This week a selection of tracks from some of the many albums of tenor saxophonist Hank Mobley
- Hank Mobley Quartet – Hank’s Prank
- Hank Mobley Sextet – Double Whammy
- Hank Mobley – Easy To Love
- Hank Monley – Gettin’ Into Something
- Hank Mobley – A Slice Off The Top
- Hank Mobley – High and Flighty (Alt. Take)
- Hank Mobley – Workout
- Hank Mobley – The Jazz Message (Freedom For All)
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- Hank Mobley Quartet (1955) This debut of Mobley on Blue Note records includes Horace Silver on piano, Doug Watkins on bass, plus Art Blakey on drums.
- Hank Mobley with Donald Byrd and Lee Morgan (1956) Some star guests on this session from late 1956. The rhythm section is Horace Silver, Paul Chambers and Charlie Persip. One of the amazing twenty recordings sessions Mobley was involved in during that year.
- Hank (1957) The following April Mobley was back at Rudy Van Gelders studio with another sextet – Donald Byrd (trumpet) John Jenkins (alto saxophone) Bobby Timmons (piano) Wilbur Ware (bass) and Philly Joe Jones (drums).
- Poppin’ (1957) And onto October of the same year. Poppin’ was one of many sessions Mobley recorded in the late ’50s which remained unreleased until the late ’70s. It is uncleear why this album was left sat on the shelves , given it as good as the other records he recorded at the time. This time around he is leading a sextet featuring trumpeter Art Farmer, baritone saxophonist Pepper Adams, pianist Sonny Clark, bassist Paul Chambers, and drummer Philly Joe Jones.
- A Slice Off The Top (1966) One of Hank’s Mobley’s more varied sessions, four of his originals, plus the standard “There’s a Lull in My Life,” are performed by an octet in the cool style of Miles Davis’s “Birth of the Cool” nonet, arranged by Duke Pearson. Although recorded in 1966, this date was not released until 1979 (and reissued on CD in 1995). Mobley who had moved on from his hard bop roots, works well with more adventurous players as altoist James Spaulding, trumpeter Lee Morgan, pianist McCoy Tyner, bassist Reggie Workman and drummer Billy Higgins. The inclusion of Kiane Zawadi on euphonium and Howard Johnson on tuba makes for a different tonal palette and feel.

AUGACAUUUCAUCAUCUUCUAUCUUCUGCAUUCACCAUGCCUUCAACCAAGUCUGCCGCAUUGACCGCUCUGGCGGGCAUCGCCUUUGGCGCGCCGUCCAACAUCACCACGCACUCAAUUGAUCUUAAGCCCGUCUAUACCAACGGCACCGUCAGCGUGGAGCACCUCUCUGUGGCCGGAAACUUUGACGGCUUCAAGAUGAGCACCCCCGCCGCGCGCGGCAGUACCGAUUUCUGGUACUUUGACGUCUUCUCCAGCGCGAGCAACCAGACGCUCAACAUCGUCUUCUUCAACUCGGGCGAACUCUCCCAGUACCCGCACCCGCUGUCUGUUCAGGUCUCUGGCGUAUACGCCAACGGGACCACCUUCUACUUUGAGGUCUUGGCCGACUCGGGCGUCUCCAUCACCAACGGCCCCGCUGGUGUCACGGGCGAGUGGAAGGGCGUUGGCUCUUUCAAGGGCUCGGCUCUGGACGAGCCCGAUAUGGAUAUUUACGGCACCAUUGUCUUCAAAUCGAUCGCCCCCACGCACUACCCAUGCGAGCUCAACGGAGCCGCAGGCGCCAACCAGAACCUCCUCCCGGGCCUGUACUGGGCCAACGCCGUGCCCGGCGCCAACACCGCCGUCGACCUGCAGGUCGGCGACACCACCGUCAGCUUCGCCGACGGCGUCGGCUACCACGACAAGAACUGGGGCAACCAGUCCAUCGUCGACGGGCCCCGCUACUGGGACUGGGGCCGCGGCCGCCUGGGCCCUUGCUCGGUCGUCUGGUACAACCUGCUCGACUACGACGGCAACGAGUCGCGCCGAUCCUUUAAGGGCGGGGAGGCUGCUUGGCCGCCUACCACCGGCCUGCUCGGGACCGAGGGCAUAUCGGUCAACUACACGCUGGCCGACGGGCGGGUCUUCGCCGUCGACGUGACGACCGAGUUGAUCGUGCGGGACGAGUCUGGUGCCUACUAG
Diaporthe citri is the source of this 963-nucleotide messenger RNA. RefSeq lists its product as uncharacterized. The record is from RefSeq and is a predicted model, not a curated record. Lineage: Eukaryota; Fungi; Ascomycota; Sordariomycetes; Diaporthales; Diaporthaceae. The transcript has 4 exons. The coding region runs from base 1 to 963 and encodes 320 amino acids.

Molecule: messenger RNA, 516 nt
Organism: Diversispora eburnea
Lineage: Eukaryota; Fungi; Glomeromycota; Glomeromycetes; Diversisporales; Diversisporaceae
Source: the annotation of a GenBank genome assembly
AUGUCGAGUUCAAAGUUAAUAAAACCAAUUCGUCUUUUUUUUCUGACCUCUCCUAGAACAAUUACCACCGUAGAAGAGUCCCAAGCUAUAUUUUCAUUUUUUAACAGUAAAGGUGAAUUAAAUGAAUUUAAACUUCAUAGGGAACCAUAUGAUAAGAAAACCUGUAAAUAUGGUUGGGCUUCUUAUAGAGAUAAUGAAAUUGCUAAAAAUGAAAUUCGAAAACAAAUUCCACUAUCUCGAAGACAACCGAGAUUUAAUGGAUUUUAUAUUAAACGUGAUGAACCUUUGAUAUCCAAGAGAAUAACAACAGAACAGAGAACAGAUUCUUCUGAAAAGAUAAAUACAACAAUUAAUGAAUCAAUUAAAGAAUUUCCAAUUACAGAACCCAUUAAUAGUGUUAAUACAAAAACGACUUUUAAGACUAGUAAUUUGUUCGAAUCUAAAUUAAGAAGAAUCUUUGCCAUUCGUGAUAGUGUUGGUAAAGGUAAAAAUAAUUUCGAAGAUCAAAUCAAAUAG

- Peckin’ Time (1958) The Peckin’ Time session was recorded February 9, 1958 (the LP was issued a year later) and came in the midst of what was a period of whirlwind creativity for Mobley, who recorded work for the Savoy and Prestige imprints as well as six full albums for Blue Note in a little more than a year’s time For this session, Mobley found himself working again with Lee Morgan on trumpet and in front of an impressive rhythm section that included pianist Wynton Kelly, bassist Paul Chambers, and drummer Charlie Persip,
- Workout (1961) One of the best-known Mobley recordings, and for good reason. Although none of his four originals caught on Hank is in top form. He jams on the four tunes, plus “The Best Things in Life Are Free,” with an all-star quintet – guitarist Grant Green, pianist Wynton Kelly, bassist Paul Chambers, and drummer Philly Joe Jones – Chambers and Kelly also being members of the current Miles Davis Quintet with Mobley.
- The Jazz Message of Hank Mobley (1956) Other than the Blue Note date from the previous year (the first track on the podcast), this release contains Hank Mobley’s first two sessions as a leader. With trumpeter Donald Byrd, either Hank Jones or Ronnie Ball on piano, Wendell Marshall or Doug Watkins on bass, drummer Kenny Clarke and (on three numbers) the unusual altoist John LaPorta.